The Nag's Head darts team, Summer 2011
For a city with something of a heritage when it comes to sharp-tipped projectiles, it is more than a little surprising that there has never been a top-class darts players from this neck of the woods. Instead, Nottingham’s arrowsmiths have had to look further afield for tungsten-tipped inspiration. As far as Stoke-on-Trent, in fact, which, for a town with an almighty post-industrial hangover, is positively frothing over with oché-bestriding talent, including, of course, the greatest player in the game’s history and one of Britain’s greatest-ever sportsmen, Phil ‘The Power’ Taylor.
Perhaps all this is about to change, though, as the Nag’s Head on Mansfield Road get set to hit the Yorkshire town of Wakefield on 17 September for the Northern Regional Finals of the Punch Darts Classic, a tournament open to all 3,000 pubs in the Punch Taverns chain. It has proven a popular event, too – indeed, it is reckoned that darts as a whole, following a dip from its mid-80s, can’t-beat-a-bit-of-Bully peak, is now the UK’s largest growth sport (and no, wags, that doesn’t mean that you start playing and then you grow. Large).
For those that argue that darts is not really a sport, Nag’s Head Bar Manager, Chris Frame, originally of Newcastle-upon-Tyne, asserts: “if they can make archery a sport, then darts is a sport too”. Under Frame’s captaincy, the team has so far seen off the Tap and Tumbler on Parliament Street, Lenton’s Happy Return, and, in a fiercely contested local derby, Mansfield Road’s very own Rose of England (otherwise known as “them lot down there”). They have also had two walkovers – ascribed by Frame to the opposition “fearing us” – and now join thirty-one other hostelries up in Wakefield, hoping to be one of the eight pubs that will make it through to the national finals, where they would join eight more winners from each of the other three regional heats. Bum-squeaking time, then, for the men from a reputedly haunted venue.
Rich Walsh kicks it PDC-style
The Nag’s Head team includes Andrew Fulton and Richard Walsh, both of whom are semi-pro and registered with the Professional Darts Corporation (not ringers: you are allowed two per team at county level or from the PDC), as well as landlord, Lee Harmston. Despite taking eight players to the final (no coach; three cars), only six are nominated for the actual game, a decision made entirely on form, although still perhaps a bit tough to take for the reserves. Even so, teamwork will be key, since the format demands they play two games of triples (three players per team throwing alternately), then three of doubles, before finishing, Ryder Cup-style, with six legs of singles, meaning that half-a-dozen legs are required to win the tie outright. Unity should not be a problem, however, as Frame says the team – dubbed “Nag’s Army” and sporting obligatory matching tops with nicknames emblazoned across the back [see below] – are best mates who socialize together away from the oché, and for whom winning would be “the best thing we’ve ever achieved”.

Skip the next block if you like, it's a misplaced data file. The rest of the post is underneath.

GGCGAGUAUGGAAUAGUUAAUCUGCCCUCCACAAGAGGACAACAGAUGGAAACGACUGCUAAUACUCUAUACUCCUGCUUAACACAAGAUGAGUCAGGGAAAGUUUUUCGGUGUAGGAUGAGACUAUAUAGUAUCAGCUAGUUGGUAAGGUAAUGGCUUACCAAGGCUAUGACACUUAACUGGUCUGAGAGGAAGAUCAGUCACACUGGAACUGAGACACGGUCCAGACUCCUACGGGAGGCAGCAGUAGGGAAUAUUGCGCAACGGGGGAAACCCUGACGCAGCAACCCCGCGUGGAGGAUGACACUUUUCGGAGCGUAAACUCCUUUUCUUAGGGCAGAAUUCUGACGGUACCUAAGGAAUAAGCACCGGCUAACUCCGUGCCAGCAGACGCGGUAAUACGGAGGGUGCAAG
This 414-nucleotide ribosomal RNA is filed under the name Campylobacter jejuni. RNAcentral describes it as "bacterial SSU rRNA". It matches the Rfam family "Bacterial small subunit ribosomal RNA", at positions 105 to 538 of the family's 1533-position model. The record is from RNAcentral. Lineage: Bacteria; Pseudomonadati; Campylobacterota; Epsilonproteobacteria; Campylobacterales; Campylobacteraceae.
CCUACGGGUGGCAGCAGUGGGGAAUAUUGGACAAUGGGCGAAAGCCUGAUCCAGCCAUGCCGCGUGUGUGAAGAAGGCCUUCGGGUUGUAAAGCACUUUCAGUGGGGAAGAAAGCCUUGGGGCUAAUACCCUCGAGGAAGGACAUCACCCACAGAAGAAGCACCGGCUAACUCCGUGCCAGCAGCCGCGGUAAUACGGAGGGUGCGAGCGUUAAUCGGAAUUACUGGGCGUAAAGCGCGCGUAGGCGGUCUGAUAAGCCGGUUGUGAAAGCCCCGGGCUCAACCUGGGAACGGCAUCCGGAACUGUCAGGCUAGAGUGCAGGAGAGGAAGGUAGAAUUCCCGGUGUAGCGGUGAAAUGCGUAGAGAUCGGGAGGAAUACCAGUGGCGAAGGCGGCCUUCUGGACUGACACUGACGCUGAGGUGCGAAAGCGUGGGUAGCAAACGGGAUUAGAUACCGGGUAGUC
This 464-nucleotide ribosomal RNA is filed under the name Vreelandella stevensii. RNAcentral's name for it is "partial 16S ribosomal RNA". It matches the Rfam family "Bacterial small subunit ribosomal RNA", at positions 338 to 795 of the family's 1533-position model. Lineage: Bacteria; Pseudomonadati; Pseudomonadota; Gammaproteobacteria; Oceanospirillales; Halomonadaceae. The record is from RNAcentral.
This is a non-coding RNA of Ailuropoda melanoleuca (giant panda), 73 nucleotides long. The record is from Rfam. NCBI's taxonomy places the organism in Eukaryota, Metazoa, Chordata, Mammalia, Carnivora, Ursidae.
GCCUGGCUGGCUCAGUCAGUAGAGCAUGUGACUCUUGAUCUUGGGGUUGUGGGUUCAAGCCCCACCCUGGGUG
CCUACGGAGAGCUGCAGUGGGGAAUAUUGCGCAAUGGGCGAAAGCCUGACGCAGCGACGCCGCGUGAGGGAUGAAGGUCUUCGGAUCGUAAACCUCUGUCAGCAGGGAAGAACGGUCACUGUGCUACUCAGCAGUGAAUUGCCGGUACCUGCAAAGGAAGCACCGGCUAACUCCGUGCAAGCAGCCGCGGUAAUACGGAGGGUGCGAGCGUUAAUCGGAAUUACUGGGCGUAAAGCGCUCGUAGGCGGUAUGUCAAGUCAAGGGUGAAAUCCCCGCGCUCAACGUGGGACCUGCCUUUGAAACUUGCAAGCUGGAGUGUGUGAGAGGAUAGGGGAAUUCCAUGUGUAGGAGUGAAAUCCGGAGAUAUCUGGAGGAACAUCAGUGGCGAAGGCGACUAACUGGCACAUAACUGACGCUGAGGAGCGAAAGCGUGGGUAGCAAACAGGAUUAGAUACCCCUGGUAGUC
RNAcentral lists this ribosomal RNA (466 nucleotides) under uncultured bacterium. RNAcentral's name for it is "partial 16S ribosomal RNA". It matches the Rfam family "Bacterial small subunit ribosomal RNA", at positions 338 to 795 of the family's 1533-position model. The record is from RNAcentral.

“We’re not going up there assuming we might go out in the first game,” he continued. “We’ve not put in all the hours of practice to think we’ll go out in the first game.”
Chris and Jonny on the oche
There will be plenty of prizes on offer in Wakefield, including a case of beer for anyone hitting a maximum 180 on the day (not easy: Frame has “twenty or thirty” in his entire life), while there is a whopping £10,000 available on Finals Day for anyone achieving the sport’s Holy Grail: a nine-dart finish. Were they to go all the way and win the entire tournament, Nag’s Army will pocket £2,500, and, intriguingly, will play an exhibition game against a team of celebrities on the main stage at the Alexander Palace prior to an evening session at the PDC World Championships in January (“duh der-der-der-der, der der der, d-d-der d-d-d-duh-der, oi oi”). That’s the big one on Sky with Taylor, van Barneveld, Whitlock et al, not the…well, glorified pub competition on BBC.
Perhaps among the celebrity team will be the novelist and pub sport aficionado, Martin Amis, for it was he, in London Fields, that wrote a hilarious and affectionate pastiche of darts – the simplest of games (by which I mean lacking in nuance, not skill), not that you’d think so if you were to tune in to the preposterously verbose rantings of its most famous (and barking mad) commentator, Sid Waddell (as a fellow émigré from the Geordie People’s Republic, you’d never hear Frame criticize a fellow Tynesider). In the novel, Amis’s utterly loathsome anti-hero, Keith Talent, a professional cheat, is working his own way through the rounds of a prestigious darts tournament where he hopes to play his hero, Kim Twemlow, author of the bible, Darts: Master the Discipline, a fictional text that singles out four key darting principles: “the address of the board,” “gracing the oché,” “sincerity of the dart,” and “clinicism”.
Anyway, should the Nag’s Head show the necessary clinicism (“scoring for show, doubles for dough,” boys!!) and throw with enough sincerity, then Frame says that his walk-on music for the final would be ‘Chelsea Dagger’ by The Fratellis, accompanied by Cheryl Cole and Su Pollard, one for each of his home cities. Given that the Nag’s Head’s address is 140 Mansfield Road (“one haaandred and foowteee”), the omens must be in their favour. And a victory would no doubt demand the sinking of more than a few doubles and trebles…
The Nag’s Head squad in full and their nicknames
Christopher ‘Dreamboat’ Frame
Andrew ‘Taz’ Fulton
Richard ‘Scarface’ Walsh
Lee ‘Ronan’ Harmston
Martin ‘Bumfluff’ Atkinson
Johnny ‘Jah-Jah’ Page
Chris ‘The Grinch’ Curtis
Ady ‘Frank’ Spencer